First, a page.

While seafloor biology often gains first attention during ROV dives, an equally fascinating seafloor world is in the pōhaku or rocks, the foundation of the seabed. During Luʻuaeaahikiikekumu, the team visited the Liliʻuokalani Ridge to investigate this chain of ancient volcanoes which had never been surveyed before. Unusually, this seamount chain is not linear like most in the Pacific, but instead seems to split into a V-shape. Collecting rocks from each arm of this ridge will allow scientists to get an age from the ancient cooled lava, reconstructing a history of the last 70 -100 million years. Through eleven ROV dives, the team collected over 600 pounds of rocks for this region. While analysis will continue for months after this expedition in research labs around the world, looking deeply at rocks reveals new information about the sequence of the eruptions and the history of this seabed area in the most recent millions of years. Enjoy this photo album that highlights a few of the rocks that were collected and processed while out at sea.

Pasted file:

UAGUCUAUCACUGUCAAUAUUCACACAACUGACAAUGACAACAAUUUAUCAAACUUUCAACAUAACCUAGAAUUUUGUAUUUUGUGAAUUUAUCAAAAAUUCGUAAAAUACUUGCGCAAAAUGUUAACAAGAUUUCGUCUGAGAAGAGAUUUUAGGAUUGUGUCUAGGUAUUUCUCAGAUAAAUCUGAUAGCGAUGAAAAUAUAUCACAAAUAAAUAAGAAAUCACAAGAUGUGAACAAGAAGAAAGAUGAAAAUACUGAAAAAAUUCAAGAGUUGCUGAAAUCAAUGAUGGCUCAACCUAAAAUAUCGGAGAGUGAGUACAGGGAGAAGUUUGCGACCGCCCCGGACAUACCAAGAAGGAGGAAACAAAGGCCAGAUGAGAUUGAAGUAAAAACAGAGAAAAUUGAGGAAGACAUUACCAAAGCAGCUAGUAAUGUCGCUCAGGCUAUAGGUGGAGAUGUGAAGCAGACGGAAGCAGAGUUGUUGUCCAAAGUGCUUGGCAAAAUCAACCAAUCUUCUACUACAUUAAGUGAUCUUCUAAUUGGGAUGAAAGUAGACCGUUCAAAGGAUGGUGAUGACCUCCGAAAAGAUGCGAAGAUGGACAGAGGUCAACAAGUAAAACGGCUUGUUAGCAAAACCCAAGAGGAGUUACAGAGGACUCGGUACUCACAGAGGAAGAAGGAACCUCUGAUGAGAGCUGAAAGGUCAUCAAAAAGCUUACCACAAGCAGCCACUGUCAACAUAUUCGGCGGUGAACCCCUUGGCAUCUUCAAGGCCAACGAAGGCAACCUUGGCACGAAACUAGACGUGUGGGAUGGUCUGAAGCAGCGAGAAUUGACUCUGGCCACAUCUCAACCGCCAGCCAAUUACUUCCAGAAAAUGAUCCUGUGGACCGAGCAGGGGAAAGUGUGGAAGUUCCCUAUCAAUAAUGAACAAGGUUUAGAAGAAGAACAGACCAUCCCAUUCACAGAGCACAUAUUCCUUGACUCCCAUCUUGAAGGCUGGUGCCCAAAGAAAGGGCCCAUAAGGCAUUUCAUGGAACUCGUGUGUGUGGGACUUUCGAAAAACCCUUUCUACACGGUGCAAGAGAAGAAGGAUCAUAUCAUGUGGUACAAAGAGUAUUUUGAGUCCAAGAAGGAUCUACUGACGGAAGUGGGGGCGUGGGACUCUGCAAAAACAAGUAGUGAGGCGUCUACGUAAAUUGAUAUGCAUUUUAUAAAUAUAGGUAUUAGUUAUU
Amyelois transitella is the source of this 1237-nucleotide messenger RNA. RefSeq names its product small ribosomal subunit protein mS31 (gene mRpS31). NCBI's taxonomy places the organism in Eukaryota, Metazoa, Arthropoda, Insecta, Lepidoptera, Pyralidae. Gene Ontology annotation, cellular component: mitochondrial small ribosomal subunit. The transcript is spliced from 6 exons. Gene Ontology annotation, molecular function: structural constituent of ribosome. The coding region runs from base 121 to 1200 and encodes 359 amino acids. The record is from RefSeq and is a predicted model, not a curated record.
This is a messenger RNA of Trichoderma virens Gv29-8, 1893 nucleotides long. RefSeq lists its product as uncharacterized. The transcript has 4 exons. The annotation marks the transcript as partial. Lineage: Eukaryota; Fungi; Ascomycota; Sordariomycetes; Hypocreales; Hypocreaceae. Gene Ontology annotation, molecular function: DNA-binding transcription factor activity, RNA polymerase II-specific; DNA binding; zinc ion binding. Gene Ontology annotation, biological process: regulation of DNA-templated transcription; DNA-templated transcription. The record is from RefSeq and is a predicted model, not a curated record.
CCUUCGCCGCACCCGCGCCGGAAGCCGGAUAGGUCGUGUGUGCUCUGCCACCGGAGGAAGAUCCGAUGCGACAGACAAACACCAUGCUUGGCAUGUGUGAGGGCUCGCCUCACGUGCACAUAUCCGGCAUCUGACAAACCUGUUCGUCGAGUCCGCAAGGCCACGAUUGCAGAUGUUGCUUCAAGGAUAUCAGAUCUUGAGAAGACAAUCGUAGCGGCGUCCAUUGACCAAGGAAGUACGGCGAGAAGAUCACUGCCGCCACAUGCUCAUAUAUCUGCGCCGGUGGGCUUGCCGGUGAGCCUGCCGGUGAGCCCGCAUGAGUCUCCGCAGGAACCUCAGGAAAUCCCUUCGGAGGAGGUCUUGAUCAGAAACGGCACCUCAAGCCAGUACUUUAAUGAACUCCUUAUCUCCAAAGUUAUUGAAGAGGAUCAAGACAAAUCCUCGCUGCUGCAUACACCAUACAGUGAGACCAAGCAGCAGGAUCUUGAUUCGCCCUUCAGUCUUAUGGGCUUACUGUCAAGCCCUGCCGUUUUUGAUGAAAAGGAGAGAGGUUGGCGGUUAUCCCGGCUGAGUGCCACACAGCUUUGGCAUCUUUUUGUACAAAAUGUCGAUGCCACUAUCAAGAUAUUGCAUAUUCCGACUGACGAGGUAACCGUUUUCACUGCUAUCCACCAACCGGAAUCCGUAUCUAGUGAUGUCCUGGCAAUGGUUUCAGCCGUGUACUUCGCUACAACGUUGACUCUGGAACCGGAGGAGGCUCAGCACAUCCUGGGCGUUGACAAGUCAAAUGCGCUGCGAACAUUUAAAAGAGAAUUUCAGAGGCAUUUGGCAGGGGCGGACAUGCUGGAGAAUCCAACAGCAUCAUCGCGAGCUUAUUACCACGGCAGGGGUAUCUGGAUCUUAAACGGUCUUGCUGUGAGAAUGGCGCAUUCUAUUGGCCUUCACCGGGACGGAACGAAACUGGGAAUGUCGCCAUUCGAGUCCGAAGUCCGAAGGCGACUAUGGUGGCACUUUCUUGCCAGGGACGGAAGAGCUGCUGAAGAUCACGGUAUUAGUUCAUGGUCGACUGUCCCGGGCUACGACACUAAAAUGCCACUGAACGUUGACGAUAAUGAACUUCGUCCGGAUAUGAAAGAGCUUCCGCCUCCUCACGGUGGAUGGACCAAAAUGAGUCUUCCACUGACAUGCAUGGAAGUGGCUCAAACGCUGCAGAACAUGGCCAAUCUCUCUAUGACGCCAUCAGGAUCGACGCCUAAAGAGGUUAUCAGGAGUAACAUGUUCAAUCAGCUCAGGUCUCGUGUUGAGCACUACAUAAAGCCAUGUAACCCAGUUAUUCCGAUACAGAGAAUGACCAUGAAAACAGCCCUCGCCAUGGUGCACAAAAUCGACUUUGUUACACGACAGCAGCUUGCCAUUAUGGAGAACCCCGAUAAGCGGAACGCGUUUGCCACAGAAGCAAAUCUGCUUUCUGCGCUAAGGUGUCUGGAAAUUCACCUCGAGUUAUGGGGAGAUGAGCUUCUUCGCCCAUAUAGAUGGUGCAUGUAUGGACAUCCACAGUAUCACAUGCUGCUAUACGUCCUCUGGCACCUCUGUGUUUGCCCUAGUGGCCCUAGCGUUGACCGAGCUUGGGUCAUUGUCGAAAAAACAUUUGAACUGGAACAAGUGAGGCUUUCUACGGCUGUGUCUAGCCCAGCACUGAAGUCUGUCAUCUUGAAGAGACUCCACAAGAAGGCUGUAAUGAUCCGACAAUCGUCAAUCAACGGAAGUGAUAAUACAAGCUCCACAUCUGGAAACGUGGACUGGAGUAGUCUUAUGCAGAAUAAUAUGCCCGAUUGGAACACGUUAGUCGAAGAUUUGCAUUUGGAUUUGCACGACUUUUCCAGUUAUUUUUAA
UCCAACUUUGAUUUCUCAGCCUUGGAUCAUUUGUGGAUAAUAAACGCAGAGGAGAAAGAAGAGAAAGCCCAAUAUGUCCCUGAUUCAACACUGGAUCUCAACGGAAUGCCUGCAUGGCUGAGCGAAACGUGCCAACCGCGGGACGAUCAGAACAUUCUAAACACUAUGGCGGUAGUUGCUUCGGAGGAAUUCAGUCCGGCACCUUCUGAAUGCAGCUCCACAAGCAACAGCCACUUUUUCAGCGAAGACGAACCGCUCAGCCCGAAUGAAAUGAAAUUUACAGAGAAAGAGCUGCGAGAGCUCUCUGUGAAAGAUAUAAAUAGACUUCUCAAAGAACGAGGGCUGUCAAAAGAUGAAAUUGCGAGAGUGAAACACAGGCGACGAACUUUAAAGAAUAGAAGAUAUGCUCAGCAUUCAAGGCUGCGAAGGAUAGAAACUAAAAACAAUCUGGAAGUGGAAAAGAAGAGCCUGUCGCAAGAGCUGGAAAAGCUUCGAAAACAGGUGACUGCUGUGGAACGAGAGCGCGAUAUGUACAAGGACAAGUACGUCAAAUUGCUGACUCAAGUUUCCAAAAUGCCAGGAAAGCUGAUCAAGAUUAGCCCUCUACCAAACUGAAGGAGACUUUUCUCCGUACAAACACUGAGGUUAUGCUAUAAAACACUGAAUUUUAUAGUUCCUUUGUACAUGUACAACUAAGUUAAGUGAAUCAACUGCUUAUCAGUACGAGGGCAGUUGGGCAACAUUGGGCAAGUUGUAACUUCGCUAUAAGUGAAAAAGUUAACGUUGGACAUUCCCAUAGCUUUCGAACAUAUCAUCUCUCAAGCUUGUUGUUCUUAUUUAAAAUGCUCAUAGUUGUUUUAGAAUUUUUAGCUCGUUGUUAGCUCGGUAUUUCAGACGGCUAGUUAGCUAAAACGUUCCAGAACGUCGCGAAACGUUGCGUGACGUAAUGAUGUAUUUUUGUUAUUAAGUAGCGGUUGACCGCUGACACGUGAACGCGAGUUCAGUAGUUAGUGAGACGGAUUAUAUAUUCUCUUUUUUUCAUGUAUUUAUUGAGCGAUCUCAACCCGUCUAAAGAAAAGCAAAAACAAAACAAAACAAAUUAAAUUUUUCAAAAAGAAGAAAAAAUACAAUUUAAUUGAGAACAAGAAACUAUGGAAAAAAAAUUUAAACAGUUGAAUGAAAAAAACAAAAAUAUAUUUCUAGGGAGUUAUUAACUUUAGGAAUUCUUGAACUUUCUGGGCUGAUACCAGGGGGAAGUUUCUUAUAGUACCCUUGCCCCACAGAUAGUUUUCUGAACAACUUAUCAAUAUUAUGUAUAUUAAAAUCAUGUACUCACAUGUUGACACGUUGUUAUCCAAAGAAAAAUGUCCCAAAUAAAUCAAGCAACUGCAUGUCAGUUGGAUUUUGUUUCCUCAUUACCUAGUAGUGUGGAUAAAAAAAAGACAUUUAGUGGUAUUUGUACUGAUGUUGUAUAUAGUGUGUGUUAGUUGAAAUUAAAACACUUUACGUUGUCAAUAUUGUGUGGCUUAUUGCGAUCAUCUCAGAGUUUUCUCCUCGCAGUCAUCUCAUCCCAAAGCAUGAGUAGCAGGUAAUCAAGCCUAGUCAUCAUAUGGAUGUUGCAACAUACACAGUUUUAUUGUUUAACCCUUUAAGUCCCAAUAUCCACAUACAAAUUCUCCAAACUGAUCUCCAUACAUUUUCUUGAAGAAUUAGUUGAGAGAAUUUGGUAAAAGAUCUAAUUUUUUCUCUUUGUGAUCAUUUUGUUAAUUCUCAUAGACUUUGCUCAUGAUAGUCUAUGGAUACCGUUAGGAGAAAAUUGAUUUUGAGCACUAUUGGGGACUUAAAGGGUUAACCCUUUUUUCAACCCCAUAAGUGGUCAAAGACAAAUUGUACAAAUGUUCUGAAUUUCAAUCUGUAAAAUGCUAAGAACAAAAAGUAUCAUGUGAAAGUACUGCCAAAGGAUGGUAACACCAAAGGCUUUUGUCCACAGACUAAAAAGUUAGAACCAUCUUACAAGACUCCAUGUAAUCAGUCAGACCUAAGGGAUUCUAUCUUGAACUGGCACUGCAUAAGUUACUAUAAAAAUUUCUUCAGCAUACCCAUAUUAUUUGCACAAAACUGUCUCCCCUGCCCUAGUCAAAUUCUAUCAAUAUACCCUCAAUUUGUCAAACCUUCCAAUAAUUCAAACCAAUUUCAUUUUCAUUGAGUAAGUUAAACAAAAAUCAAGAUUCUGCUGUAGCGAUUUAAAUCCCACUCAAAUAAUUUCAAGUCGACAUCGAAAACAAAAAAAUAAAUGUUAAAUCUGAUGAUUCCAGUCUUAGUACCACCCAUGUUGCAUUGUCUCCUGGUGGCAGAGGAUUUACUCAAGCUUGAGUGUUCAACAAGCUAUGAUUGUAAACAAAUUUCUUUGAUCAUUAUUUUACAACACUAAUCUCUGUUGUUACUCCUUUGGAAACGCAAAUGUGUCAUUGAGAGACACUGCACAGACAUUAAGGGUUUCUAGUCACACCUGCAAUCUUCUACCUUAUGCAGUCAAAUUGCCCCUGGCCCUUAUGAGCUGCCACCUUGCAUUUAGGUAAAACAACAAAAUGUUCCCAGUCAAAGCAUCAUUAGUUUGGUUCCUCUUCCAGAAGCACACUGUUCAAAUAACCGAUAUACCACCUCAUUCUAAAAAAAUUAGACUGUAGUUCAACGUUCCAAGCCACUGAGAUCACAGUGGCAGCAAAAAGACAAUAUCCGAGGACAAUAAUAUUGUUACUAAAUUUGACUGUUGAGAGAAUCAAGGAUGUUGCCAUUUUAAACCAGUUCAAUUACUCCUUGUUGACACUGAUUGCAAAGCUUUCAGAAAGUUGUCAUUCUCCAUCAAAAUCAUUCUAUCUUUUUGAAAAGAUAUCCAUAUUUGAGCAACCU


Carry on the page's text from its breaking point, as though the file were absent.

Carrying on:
This album was created by Malanai N. Kāne Kuahiwinui.
Luʻuaeaahikiikekumu - Ancient Seamounts of Liliʻuokalani Ridge
This expedition will have E/V Nautilus returning to Papahānaumokuākea Marine National Monument (PMNM) to build on the accomplishments of the 2021 Luʻuaeaahikiikalipolipo expedition, which mapped the previously unmapped Liliʻuokalani Ridge Seamounts. The team returns for the first visual exploratory surveys of the seamount chain looking to investigate a puzzling split in the seamount trail.